HKFP Focus: Katherine Cheng Explores Relationships With Nature Through Hong Kong Botany

In dense urban areas like Hong Kong, the human connection to nature can sometimes seem distant. Concrete blocks and glass skyscrapers surround the city center, interrupted only by carefully organized gardens and nature parks.

With the relentless pressures of Covid-19 and political tensions, many have turned to the outdoors for a bit of peace.

This series, by photographer Katherine Cheng, explores the experiences of Hong Kong people who reconstruct a relationship with nature through their five senses – sight, hearing, smell, touch and taste. Local flora has been used to showcase Hong Kong’s history and ecosystems.

“By isolating our senses one at a time and grounding ourselves in nature in this way, it can become a meditative experience that prompts us to rethink the way we connect with nature – physically, emotionally and spiritually,” he says. she.

To touch

Photo: Katherine Cheng

Forest therapy guide Amanda Yik puts her hand on her heart as she feels the gentle breeze and the warmth of the sun on her skin. In 2007, when she thought she was the fittest, she was diagnosed with stage 3 ovarian cancer. Her body collapsed and two years of invasive treatment followed. All the energy she could afford was to cross the park road for a walk. Printed on a Bauhinia leaf, the symbolic flower of the Hong Kong flag, coat of arms and coins.

Photo: Katherine Cheng

It was through these slow, gentle walks in her community park that Amanda discovered how she could enjoy nature in a whole different way. Finding a quiet seat under the tree, allowing his eyes to relax in gentle concentration, breathing the morning air… It gave him the kind of comfort and anchorage that nothing else gave him. Printed on royal fern.

Photo: Katherine Cheng

Amanda feels water flowing over her feet in a river near Braemer Hill, where she once lived. At the time, she wandered the trails to get away from the hustle and bustle of the city. During her journey, she has since become a forest swim guide, encouraging others to embrace these exercises in their own lives. Printed on a palm leaf with Scheffera silhouettes.

Feel

Photo: Katherine Cheng

Wild Man, known as “Yeah Man” in Chinese, gently cradles and smells a turmeric plant he has cultivated. Printed on turmeric leaf.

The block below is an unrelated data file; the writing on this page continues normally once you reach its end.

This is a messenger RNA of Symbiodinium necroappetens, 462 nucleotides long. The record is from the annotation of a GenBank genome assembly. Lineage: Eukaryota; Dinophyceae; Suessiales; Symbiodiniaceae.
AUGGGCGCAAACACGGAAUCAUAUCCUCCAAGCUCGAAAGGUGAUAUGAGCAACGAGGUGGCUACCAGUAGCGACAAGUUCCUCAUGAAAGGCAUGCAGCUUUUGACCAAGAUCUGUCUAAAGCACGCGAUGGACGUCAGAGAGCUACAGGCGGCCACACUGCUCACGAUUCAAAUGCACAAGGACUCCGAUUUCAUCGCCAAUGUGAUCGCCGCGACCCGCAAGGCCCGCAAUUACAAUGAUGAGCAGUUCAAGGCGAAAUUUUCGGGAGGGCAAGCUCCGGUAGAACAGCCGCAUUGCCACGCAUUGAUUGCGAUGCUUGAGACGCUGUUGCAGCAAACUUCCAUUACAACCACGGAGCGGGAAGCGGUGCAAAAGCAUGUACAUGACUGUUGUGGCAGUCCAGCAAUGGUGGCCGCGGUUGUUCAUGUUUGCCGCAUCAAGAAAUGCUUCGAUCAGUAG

Photo: Katherine Cheng

The plants he grows are diverse, including this turmeric flower that Wild Man held. Turmeric leaf.

Photo: Katherine Cheng

Growing and brewing his own tea and food, Wild Man now teaches others about his way of life by inviting them to spend time on his farm. He plans the plots of his land with his students. Printed on turmeric leaf. It will be presented in an upcoming collective exhibition. For a recipe for a ginger and turmeric tea to replicate the aroma, click here.

To taste

Photo: Katherine Cheng

Raymond Kwan, a resident of Ma Shi Po, closes the door of his house for the last time. Residents and farmers of Ma Shi Po and similar villages on the outskirts of Hong Kong have faced evictions as farmland was seized for land development. Printed on papaya leaf.

Photo: Katherine Cheng

Aerial view of Ma Shi Po community farms on the last day of Mr. Kwan’s eviction. Speaking to authorities, he is told he will have to vacate his part of the farmland before 2024. “Some people do this for fun, but for us it was our livelihood.” Printed on papaya leaf.

Photo: Katherine Cheng

A 45-minute drive away, an urban greenhouse can be seen on the west coast of Hong Kong Island. The first urban farm to integrate hydroponics, aquaponics and organic farming systems, it organizes guided tours, educational programs and agricultural activities for the public. At night, curious passers-by are mesmerized by the brilliant glow of purple LED grow lights. Printed on leaf lettuce, grown by the farm. For an Apple Nut Butter Lettuce Salad recipe, click here.

Ring

Photo: Katherine Cheng

AK is a sound designer, sound engineer, and field recorder on a mission to document Hong Kong’s natural soundscape. By creating a local sound library and sound map of natural sounds, he wants people to rethink the way they interact with nature – through an unconventional sensory experience. Printed on a giant taro leaf.

Photo: Katherine Cheng

The “AK IN KK” project means “I am in Hong Kong”. AK is the name of the project founder and KK stands for Hong Kong, which is the common abbreviation for the Grid Reference Coordination System covering most of Hong Kong. The two letter symbols are commonly seen on distance poles and hill maps. Printed on a partial sheet of Fan Palm.

Photo: Katherine Cheng

By revisiting the place where he started this project with an amplifier, the sounds of conversations, traffic and birds blend into this natural urban environment. Due to the hilly geography, Hong Kong has many hiking trails that are closely linked to the cityscape. Printed on a giant taro leaf. To hear the sounds recorded during that day and explore the AK IN KK sound card project, click here.


Katherine Cheng is a documentary photographer and videographer. Based between Toronto, Canada and Hong Kong, his work explores questions about climate change, social movements and cultural identity. For more information, visit www.katherinekycheng.com.


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